22.03.2019 Implementing Modal Dependent Type Theory 2019 Daniel Gratzer, Jon Sterling, Lars Birkedal Nikita
08.03.2019 Relational Reasoning for Markov Chains in a Probabilistic Guarded Lambda Calculus 2018 Alejandro Aguirre, Gilles Barthe, Lars Birkedal, Ales Bizjak, Marco Gaboardi, Deepak Garg Niki
14.02.2019 Definitional Proof-Irrelevance without K 2019 Gaetan Gilbert, Jesper Cockx, Matthieu Sozeau, Nicolas Tabareau Joakim


Ideally, everyone attending a meeting should leave with good understanding of what the paper was about, even if they have not read it fully. Thus the presenters are expected to cover the following basic points:

We recommend to cover these points by first going through the paper structurally, briefly summarizing each section. Deeper technical discussion should follow the high level summary of whole paper.

Guidelines for presenter

  1. Make sure that you can give the key ideas of the paper and present the big picture in the first 45-60 minutes of the session. Thus everyone should be able to understand the problem, the context, and the solution of the paper. You can mention what else it contains that you did not have time to properly cover.

    Aim to extract and present the key ideas; omit non-crucial detail, keep high-level view. If the paper cannot be aptly summarized in 45-60 minutes, or is too technical, it may be not the best fit for the reading group.

  2. In this summary discussion, moderate the questions from the participants. If a question goes into a deep detail, and does not directly address key ideas and intuitions, then suggest to return to this question after the high-level presentation.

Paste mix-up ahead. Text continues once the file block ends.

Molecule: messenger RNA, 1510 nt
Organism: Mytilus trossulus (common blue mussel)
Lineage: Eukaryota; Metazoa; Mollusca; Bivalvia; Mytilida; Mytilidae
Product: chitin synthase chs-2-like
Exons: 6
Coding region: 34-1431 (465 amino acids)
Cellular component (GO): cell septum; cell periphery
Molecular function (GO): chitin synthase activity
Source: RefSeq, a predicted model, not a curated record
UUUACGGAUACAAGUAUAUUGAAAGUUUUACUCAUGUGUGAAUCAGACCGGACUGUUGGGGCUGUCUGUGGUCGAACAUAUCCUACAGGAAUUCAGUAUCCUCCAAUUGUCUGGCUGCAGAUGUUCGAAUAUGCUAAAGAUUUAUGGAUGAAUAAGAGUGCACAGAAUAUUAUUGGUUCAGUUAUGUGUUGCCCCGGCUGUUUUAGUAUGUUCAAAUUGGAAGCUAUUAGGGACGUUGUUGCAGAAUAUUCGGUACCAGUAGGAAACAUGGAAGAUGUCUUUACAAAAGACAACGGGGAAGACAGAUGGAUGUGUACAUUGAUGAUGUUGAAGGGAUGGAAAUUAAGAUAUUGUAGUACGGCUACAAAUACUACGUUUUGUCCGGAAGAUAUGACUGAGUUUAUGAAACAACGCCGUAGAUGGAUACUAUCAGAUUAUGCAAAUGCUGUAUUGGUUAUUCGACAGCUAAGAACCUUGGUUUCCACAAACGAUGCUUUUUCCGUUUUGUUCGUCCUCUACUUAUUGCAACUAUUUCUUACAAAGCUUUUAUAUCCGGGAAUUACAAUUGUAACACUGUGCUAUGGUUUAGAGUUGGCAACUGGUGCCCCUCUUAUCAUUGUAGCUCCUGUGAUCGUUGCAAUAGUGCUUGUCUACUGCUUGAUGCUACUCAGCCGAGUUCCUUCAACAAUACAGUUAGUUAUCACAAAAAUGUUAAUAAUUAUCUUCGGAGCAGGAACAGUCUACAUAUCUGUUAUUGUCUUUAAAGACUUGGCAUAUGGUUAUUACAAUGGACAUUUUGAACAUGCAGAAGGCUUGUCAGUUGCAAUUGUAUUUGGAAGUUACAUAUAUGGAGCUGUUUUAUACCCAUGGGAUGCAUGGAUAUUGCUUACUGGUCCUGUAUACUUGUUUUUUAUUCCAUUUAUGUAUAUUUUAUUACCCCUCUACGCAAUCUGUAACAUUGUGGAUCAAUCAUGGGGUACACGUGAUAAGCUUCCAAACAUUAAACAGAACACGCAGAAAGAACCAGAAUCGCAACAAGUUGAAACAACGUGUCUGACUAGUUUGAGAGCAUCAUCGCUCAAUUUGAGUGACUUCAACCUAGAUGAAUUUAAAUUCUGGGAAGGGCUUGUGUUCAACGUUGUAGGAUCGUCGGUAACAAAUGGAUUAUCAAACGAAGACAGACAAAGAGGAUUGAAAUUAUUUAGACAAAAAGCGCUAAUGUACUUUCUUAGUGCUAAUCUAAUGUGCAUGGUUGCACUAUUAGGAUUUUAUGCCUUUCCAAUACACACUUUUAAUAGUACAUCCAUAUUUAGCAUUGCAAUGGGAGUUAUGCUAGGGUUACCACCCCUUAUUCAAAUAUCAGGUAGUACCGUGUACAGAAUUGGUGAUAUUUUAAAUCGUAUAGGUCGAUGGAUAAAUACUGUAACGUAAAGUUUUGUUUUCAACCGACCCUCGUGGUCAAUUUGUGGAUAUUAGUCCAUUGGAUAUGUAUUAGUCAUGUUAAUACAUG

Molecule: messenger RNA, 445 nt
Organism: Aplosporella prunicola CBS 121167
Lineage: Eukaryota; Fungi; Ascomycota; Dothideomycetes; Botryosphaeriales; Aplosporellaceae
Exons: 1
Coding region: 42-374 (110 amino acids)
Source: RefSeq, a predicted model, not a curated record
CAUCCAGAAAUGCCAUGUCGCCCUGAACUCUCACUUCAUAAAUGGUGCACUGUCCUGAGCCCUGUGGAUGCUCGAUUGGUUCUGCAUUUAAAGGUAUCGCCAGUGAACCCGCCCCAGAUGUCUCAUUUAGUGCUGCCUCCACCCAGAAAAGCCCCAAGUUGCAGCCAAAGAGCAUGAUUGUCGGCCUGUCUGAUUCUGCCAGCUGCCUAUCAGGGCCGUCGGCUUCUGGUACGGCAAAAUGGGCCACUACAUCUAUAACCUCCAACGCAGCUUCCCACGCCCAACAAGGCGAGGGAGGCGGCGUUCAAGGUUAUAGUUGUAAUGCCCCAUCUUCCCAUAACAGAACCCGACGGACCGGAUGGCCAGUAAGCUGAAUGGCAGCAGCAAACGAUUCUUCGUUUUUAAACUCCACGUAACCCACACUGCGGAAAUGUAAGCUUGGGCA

3. Prepare a short summary of the paper and its sections. Mention the problem, its significance, key ideas of the approach, its limitations. You can also briefly mention the interesting contents of each section. Invite the participants to quietly read the summary in the beginning of the session.

    For summary, you may use bullet-point style to extract key details, or use any other format you find suitable, as long as it gives an apt summary. For example, feel free to include typing rules, interesting figures, or any other relevant key material.

    To prepare the summary, we suggest a collaborative online tool, and will send you a link to a new shared sheet once your proposed paper is scheduled. We encourage you to use the summary to help guide the discussion. These notes will be kept for further reference on the webpage.